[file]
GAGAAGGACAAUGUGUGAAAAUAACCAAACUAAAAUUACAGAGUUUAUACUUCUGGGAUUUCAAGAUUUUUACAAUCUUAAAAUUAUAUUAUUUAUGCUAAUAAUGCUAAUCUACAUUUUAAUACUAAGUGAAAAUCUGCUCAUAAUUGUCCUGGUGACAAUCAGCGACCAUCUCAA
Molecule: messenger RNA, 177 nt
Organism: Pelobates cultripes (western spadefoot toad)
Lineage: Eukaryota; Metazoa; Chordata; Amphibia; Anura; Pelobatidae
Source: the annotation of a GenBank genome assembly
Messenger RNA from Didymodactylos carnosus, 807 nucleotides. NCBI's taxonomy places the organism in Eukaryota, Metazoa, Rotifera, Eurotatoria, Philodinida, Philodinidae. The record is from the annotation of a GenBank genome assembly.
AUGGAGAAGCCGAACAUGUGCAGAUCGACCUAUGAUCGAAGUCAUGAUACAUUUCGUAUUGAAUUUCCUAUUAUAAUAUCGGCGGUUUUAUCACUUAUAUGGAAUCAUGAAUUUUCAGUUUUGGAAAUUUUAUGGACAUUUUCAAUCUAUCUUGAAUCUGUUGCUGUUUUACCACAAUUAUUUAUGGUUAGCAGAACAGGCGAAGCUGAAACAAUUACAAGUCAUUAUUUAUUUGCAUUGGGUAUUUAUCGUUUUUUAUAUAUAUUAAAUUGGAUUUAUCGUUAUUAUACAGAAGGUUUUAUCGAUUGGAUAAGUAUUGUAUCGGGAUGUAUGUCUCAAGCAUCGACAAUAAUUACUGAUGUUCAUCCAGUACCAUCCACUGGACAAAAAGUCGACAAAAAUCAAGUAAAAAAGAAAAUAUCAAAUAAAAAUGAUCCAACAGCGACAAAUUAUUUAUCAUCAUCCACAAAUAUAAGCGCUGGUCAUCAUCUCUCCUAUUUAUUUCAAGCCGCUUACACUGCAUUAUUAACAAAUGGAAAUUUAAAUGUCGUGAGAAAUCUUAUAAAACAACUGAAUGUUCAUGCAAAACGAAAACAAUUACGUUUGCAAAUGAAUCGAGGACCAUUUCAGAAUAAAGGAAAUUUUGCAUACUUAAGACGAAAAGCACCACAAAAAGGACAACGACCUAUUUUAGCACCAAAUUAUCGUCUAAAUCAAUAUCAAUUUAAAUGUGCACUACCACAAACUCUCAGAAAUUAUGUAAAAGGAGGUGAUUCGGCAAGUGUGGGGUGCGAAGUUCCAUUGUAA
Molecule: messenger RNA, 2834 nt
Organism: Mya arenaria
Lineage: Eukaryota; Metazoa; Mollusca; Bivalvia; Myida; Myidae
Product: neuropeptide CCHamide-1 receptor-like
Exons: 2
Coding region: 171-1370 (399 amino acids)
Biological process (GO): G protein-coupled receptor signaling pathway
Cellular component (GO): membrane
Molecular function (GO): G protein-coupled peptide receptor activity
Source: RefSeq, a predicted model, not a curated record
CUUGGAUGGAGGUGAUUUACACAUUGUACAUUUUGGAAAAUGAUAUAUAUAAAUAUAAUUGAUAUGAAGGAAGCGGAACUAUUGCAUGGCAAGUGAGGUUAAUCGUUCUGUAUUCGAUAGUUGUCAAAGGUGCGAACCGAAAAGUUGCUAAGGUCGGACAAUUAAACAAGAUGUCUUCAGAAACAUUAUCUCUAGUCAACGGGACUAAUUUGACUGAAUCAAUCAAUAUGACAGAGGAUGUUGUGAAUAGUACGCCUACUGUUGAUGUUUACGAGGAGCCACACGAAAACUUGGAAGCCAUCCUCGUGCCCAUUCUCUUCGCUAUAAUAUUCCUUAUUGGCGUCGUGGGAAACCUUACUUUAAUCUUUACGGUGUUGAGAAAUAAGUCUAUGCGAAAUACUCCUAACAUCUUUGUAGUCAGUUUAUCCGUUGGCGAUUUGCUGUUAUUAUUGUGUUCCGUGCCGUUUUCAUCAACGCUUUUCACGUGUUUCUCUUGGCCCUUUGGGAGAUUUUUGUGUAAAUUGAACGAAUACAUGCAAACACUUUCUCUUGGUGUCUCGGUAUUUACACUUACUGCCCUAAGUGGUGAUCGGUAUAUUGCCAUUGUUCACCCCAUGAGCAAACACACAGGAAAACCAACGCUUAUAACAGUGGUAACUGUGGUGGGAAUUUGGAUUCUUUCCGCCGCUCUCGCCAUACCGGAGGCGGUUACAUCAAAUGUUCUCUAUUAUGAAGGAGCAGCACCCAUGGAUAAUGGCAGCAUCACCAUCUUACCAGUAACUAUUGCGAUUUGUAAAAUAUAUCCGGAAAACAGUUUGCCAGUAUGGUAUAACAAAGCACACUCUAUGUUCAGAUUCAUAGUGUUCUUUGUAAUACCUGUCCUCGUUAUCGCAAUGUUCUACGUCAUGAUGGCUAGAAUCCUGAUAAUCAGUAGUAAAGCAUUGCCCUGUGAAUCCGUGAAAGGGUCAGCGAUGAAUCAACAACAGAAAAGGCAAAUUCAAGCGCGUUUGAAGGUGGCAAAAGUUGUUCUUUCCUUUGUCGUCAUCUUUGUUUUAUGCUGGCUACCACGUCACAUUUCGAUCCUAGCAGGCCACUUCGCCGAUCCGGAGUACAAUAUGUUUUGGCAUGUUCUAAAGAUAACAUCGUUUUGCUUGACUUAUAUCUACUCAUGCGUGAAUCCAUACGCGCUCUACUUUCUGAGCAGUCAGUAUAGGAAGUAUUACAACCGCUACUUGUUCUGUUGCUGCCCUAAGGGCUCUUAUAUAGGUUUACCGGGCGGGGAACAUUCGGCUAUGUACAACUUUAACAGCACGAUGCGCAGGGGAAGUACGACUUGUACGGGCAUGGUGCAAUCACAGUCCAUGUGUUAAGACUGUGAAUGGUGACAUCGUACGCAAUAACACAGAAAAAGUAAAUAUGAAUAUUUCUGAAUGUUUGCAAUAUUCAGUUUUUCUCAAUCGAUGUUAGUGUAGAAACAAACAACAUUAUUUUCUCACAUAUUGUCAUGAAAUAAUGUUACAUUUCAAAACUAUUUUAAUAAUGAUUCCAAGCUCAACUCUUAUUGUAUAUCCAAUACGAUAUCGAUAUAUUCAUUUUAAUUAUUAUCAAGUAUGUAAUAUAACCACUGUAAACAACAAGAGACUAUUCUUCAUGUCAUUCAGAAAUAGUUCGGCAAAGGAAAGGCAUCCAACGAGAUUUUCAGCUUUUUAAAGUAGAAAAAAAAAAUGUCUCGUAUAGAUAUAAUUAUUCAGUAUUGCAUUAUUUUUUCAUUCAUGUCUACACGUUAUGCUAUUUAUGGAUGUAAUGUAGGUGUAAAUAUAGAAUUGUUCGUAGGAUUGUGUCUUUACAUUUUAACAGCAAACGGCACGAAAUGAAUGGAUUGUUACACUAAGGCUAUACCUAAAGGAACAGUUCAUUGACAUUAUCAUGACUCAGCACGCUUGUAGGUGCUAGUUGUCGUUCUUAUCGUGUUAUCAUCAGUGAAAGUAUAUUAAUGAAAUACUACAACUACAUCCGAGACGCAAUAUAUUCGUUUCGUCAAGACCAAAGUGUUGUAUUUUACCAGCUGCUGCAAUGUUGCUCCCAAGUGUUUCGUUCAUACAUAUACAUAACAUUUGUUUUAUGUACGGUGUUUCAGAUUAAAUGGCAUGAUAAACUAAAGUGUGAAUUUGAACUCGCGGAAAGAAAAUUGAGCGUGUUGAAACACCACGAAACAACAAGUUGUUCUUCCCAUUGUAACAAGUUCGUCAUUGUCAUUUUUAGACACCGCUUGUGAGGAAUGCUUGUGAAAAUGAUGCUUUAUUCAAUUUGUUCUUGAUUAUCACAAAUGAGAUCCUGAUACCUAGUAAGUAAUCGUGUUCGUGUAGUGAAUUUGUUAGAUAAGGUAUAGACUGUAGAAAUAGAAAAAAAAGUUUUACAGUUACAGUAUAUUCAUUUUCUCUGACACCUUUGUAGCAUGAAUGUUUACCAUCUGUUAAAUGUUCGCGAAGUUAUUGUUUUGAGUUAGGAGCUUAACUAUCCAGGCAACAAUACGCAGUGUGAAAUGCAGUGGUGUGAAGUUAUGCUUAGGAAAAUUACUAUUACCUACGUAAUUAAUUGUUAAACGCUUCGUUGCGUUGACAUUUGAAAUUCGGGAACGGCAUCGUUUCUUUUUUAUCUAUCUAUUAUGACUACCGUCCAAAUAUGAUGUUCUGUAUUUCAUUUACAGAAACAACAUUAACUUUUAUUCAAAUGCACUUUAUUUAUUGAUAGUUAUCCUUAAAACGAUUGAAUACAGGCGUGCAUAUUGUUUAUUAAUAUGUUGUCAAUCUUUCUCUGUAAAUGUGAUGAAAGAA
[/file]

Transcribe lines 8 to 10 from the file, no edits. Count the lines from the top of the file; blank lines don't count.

Molecule: messenger RNA, 2834 nt
Organism: Mya arenaria
Lineage: Eukaryota; Metazoa; Mollusca; Bivalvia; Myida; Myidae